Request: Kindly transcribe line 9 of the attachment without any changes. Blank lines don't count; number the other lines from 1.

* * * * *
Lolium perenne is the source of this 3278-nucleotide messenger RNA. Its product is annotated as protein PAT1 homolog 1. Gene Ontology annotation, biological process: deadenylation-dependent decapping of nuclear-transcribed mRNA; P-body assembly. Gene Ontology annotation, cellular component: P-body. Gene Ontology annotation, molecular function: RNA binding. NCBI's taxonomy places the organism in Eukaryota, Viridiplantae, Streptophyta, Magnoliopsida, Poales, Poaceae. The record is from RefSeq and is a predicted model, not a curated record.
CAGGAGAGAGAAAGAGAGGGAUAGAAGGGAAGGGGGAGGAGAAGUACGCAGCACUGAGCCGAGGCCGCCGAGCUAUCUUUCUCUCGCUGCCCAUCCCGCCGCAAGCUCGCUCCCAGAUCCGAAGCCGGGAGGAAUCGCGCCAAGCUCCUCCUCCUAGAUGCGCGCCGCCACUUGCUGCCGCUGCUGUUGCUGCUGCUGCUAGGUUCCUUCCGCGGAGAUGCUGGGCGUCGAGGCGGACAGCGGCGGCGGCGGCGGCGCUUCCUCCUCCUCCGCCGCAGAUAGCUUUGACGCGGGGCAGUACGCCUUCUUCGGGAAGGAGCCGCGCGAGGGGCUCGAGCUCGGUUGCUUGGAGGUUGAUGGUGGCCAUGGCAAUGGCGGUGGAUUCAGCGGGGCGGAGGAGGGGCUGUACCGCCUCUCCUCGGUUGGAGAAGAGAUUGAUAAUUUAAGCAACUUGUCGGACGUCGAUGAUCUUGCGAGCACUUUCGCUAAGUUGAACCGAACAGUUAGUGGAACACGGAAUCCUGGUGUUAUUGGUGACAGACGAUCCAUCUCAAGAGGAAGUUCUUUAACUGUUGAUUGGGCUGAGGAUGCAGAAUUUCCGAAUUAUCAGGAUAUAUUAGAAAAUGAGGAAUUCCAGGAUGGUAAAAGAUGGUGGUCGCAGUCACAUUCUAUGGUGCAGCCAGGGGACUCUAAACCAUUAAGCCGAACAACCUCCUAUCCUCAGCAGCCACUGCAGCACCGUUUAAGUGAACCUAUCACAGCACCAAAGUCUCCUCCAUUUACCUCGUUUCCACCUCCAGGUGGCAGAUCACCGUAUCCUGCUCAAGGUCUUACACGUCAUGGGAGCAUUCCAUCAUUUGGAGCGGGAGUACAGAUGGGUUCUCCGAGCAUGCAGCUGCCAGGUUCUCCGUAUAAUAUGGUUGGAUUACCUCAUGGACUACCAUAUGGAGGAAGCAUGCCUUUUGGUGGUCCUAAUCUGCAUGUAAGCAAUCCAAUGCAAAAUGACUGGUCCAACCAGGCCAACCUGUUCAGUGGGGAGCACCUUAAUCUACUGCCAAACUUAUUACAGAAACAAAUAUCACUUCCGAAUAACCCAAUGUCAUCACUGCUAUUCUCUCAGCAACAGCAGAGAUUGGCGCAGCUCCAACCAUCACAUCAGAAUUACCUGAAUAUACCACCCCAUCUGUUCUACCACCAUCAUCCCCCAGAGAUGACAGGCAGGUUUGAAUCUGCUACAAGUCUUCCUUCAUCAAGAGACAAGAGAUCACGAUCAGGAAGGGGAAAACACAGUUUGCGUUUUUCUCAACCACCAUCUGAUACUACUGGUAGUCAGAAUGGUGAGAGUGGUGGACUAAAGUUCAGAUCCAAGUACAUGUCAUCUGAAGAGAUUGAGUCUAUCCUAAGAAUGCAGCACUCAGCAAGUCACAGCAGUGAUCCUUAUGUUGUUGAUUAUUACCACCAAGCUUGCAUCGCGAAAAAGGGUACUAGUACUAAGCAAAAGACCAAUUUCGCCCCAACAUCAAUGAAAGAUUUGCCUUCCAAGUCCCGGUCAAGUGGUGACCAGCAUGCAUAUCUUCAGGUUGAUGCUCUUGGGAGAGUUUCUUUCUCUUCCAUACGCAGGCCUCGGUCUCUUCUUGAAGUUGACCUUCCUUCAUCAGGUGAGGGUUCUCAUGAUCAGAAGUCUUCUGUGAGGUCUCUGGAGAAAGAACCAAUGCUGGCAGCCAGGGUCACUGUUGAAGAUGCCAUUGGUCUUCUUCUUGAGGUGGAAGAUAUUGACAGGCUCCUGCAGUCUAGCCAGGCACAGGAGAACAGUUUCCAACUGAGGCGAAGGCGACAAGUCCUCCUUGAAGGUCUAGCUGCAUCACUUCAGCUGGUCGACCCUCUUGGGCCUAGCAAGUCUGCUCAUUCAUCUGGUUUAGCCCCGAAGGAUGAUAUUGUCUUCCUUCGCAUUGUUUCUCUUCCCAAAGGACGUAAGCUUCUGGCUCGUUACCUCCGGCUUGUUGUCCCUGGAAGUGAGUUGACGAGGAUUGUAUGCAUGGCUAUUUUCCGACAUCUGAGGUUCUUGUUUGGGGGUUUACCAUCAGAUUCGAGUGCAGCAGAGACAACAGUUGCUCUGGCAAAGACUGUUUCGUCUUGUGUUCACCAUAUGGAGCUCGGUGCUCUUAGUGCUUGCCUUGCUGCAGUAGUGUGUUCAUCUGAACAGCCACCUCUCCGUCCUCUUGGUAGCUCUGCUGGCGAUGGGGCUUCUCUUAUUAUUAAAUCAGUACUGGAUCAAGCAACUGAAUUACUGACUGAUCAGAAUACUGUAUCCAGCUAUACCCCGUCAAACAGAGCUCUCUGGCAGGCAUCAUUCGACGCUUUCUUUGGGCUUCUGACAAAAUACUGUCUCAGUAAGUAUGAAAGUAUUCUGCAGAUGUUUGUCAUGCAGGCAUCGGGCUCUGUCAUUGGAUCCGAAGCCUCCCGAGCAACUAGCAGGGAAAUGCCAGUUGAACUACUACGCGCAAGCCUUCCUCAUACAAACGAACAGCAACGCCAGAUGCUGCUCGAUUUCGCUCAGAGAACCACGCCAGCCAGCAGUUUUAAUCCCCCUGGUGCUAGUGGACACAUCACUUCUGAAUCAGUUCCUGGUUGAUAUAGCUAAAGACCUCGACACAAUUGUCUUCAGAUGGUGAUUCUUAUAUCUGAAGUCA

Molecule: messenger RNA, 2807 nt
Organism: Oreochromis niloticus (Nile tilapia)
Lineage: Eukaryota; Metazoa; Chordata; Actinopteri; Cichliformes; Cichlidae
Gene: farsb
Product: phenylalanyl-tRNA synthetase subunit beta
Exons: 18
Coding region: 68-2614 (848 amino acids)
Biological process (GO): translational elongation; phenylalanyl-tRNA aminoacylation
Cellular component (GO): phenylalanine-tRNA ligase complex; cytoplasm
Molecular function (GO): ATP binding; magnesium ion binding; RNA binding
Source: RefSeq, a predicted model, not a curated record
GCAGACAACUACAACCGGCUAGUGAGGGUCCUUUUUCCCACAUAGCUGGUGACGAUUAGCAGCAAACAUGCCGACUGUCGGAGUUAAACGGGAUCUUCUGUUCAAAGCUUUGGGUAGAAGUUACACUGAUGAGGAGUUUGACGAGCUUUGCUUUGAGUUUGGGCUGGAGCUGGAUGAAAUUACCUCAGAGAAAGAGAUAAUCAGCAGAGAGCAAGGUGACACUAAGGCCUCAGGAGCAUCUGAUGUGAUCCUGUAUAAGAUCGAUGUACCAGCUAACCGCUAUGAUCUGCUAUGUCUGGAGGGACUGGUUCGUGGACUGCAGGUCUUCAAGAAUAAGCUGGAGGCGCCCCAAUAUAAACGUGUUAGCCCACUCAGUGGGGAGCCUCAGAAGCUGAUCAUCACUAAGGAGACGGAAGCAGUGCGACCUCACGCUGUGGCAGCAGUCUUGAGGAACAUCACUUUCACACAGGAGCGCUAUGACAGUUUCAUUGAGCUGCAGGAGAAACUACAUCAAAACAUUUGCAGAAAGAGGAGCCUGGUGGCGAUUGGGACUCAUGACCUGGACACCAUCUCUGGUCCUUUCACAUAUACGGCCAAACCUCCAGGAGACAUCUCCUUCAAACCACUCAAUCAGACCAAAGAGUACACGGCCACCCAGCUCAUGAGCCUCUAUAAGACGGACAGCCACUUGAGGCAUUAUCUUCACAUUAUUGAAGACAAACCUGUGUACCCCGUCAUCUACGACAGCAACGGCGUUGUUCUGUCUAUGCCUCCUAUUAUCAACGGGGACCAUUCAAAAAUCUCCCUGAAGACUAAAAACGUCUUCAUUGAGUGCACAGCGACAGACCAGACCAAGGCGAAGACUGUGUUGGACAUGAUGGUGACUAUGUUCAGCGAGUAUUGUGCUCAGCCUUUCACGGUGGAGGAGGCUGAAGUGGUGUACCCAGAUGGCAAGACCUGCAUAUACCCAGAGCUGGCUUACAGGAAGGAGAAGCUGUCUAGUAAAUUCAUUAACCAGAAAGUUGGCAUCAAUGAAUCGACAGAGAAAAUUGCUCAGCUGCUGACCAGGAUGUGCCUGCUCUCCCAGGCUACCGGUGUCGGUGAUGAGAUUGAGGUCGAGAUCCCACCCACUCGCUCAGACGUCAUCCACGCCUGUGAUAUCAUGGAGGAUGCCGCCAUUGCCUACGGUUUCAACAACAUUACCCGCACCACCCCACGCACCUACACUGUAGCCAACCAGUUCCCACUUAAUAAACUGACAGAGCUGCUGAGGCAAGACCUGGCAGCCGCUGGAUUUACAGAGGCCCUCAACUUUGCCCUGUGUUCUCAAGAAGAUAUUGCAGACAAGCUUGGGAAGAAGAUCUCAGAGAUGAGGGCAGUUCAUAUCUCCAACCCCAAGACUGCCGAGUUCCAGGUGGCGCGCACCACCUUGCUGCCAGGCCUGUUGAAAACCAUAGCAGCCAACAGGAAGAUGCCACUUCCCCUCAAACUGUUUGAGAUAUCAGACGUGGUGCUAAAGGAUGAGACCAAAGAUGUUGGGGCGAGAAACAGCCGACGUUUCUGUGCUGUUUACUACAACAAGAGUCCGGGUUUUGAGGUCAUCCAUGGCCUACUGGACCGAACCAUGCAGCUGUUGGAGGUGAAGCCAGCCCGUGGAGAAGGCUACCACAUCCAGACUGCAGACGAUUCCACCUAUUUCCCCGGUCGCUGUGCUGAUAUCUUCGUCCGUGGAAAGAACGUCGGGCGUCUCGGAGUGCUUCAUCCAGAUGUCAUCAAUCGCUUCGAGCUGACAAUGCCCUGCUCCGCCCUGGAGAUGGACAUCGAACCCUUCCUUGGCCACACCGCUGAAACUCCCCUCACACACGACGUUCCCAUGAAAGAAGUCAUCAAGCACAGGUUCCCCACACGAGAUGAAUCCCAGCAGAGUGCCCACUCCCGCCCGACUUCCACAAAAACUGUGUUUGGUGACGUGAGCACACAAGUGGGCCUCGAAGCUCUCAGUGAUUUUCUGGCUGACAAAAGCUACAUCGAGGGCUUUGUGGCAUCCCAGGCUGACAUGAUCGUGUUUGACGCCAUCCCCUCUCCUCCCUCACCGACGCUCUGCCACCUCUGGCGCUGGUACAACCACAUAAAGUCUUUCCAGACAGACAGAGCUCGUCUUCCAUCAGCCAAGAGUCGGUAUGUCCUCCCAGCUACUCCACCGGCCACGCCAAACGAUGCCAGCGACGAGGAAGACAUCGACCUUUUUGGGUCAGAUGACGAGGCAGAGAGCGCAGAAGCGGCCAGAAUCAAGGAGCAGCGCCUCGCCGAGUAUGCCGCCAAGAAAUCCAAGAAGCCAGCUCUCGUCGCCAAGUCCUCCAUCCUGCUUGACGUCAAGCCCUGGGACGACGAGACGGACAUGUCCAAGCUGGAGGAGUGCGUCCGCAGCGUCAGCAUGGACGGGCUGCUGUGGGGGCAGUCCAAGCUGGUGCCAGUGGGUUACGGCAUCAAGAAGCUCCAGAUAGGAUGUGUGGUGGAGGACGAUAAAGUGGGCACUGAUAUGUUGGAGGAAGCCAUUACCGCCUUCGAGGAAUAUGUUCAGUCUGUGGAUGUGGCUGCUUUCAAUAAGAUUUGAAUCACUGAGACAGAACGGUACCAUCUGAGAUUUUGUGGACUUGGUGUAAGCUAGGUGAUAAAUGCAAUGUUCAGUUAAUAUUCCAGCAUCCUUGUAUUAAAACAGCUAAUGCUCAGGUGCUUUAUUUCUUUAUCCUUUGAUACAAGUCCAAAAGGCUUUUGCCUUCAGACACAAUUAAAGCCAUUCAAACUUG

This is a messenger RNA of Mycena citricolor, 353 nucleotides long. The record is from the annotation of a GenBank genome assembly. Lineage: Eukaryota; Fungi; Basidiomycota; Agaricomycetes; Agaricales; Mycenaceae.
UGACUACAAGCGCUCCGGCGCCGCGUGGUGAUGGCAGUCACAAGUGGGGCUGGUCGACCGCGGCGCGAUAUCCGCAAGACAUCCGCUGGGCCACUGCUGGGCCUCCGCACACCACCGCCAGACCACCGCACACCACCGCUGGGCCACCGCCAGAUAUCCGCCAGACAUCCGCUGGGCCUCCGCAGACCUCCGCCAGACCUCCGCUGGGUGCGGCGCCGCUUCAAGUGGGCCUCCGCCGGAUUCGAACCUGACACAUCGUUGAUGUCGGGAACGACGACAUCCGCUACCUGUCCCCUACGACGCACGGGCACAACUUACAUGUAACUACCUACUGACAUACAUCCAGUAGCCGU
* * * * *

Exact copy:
Coding region: 68-2614 (848 amino acids)